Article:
DES MOINES – Iowa’s top Republican elected officials oppose the pandemic stimulus package that was passed Friday.
Iowa Governor Kim Reynolds opposed the bill, joining a statement with other Republicans governors, which claims, “Unlike all previous federal funding packages, the new stimulus proposal allocates aid based on a state’s unemployed population rather than its actual population, which punishes states that took a measured approach to the pandemic and entered the crisis with healthy state budgets and strong economies.
“A state’s ability to keep businesses open and people employed should not be a penalizing factor when distributing funds. If Congress is going to provide aid to states, it should be on an equitable population basis.”
Governors who joined the statement include Kay Ivey (R-AL), Mike Dunleavy (R-AK), Doug Ducey (R-AZ), Ron DeSantis (R-FL), Brian Kemp (R-GA), Brad Little (R-ID), Eric Holcomb (R-IN), Kim Reynolds (R-IA), Laura Kelly (D-KS), Tate Reeves (R-MS), Mike Parson (R-MO), Greg Gianforte (R-MT), Pete Ricketts (R-NE), Chris Sununu (R-NH), Doug Burgum (R-ND), Mike DeWine (R-OH), Kevin Stitt (R-OK), Henry McMaster (R-SC), Kristi Noem (R-SD), Bill Lee (R-TN), Spencer Cox (R-UT) and Mark Gordon (R-WY).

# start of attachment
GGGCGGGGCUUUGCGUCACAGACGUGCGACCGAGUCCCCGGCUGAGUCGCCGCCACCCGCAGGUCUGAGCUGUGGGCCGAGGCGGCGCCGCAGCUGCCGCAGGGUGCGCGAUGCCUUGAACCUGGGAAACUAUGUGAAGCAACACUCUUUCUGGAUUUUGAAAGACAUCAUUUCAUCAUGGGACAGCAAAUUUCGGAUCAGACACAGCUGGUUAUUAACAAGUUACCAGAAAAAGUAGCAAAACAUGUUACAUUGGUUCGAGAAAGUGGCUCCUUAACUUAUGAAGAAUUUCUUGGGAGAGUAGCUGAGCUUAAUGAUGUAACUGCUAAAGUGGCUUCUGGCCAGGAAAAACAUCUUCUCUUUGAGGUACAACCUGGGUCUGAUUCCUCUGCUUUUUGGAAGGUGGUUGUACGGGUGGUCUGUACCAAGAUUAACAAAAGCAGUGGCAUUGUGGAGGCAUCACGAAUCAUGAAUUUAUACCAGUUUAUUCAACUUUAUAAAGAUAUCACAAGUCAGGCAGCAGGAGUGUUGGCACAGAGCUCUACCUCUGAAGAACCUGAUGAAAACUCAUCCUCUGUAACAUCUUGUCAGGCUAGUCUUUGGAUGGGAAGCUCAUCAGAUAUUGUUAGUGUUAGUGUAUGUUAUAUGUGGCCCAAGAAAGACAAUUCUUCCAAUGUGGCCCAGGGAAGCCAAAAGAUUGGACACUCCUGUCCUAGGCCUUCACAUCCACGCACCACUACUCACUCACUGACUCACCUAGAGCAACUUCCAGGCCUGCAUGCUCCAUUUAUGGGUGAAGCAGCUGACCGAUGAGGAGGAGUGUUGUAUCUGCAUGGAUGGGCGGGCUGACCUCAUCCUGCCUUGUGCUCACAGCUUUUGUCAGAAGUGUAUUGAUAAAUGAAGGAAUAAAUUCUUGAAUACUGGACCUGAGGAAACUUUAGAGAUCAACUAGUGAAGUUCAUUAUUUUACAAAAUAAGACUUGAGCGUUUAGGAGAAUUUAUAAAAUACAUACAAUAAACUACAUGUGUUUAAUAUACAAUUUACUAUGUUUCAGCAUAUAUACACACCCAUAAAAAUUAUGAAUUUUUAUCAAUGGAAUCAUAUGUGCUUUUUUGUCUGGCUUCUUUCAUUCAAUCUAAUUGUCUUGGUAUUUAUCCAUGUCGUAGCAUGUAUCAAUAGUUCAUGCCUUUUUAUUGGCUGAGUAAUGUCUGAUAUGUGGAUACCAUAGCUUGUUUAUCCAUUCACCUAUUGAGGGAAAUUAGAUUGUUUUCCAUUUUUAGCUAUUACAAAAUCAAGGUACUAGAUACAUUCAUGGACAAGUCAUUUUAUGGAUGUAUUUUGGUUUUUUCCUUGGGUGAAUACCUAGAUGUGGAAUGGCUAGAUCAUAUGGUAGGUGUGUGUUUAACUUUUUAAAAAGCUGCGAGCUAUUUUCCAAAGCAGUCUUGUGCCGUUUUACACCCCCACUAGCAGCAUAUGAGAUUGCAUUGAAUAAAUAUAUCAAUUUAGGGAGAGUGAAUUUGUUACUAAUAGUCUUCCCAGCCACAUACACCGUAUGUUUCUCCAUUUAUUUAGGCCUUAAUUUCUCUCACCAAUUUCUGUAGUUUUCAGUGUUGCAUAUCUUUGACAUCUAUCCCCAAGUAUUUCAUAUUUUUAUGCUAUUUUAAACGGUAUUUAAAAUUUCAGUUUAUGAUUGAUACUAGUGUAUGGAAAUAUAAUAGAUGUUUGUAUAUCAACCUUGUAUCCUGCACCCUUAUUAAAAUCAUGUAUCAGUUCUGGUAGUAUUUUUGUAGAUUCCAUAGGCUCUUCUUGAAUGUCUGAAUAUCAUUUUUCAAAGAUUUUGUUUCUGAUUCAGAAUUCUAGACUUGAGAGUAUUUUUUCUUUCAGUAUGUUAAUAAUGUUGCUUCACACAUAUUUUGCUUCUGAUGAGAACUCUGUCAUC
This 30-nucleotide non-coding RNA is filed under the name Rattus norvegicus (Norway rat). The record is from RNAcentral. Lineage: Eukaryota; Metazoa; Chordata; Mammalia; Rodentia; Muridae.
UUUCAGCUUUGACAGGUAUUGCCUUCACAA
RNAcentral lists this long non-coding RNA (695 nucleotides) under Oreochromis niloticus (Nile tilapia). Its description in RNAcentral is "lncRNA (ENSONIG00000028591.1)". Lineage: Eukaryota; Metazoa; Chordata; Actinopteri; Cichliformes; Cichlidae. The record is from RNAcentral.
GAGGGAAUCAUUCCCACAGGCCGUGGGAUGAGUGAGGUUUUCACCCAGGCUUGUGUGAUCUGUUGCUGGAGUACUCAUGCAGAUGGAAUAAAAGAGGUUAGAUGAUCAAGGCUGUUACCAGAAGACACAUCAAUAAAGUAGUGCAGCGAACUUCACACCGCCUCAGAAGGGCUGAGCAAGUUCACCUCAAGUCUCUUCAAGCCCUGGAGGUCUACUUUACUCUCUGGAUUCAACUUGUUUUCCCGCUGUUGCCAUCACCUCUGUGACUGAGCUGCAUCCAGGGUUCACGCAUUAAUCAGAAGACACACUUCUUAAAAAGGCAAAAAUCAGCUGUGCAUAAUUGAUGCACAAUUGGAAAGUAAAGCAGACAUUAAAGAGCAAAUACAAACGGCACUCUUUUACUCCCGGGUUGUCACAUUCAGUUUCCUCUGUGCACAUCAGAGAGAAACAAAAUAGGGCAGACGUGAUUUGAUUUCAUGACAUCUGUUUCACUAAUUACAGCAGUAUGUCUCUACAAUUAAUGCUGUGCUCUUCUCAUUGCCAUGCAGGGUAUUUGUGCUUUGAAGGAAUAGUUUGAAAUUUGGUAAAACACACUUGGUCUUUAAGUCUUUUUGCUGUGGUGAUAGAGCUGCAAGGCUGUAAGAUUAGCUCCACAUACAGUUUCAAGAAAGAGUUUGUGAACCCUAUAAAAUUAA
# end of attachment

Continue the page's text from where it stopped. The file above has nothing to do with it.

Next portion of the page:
Also opposing the bill were U.S. Reps. from Iowa Ashley Hinson, Randy Feenstra, and Marianette Miller-Meeks; Democrat Cindy Axne of District 3 voted in favor.
The U.S. Senate will soon take up the bill if rules allow it and if it passes, President Joe Biden is expected to sign the bill into law.
According to an analysis by the Center for American Progress, the American Rescue Plan would:
Provide $816 million for schools in Iowa to safely reopen.
Extend federal unemployment benefits through 2021. Currently 39,000 Iowans are at risk of losing unemployment benefits.
Increase the child tax credit to $3,000 per child, provide an additional $600 per child under the age of 6, make it fully refundable, and extend the maximum qualifying age to 17 to assist the caretakers of the 220,000 eligible children in Iowa.
Enhance financial assistance for health coverage through the Affordable Care Act, increasing marketplace premium subsidies available to the 48,000 Iowans who already receive financial assistance—and expanding assistance to thousands more low-income and middle-class families.
Extend the federal moratoria on evictions and foreclosures. 690,000 Iowans—30 percent of adults in the state—have fallen behind on basic household expenses. This would also extend aid to renters and small landlords and help secure housing for the 100,000 Iowans who are at risk of homelessness.
Provide another round of direct checks. The first round of direct checks reached 3.3 million Iowans as of June 2020 and provided $5.8 billion in spending power to the state. Additional $1,400 checks would provide $2.2 billion to the poorest 60 percent of Iowans, a group whose average annual income is just $35,400.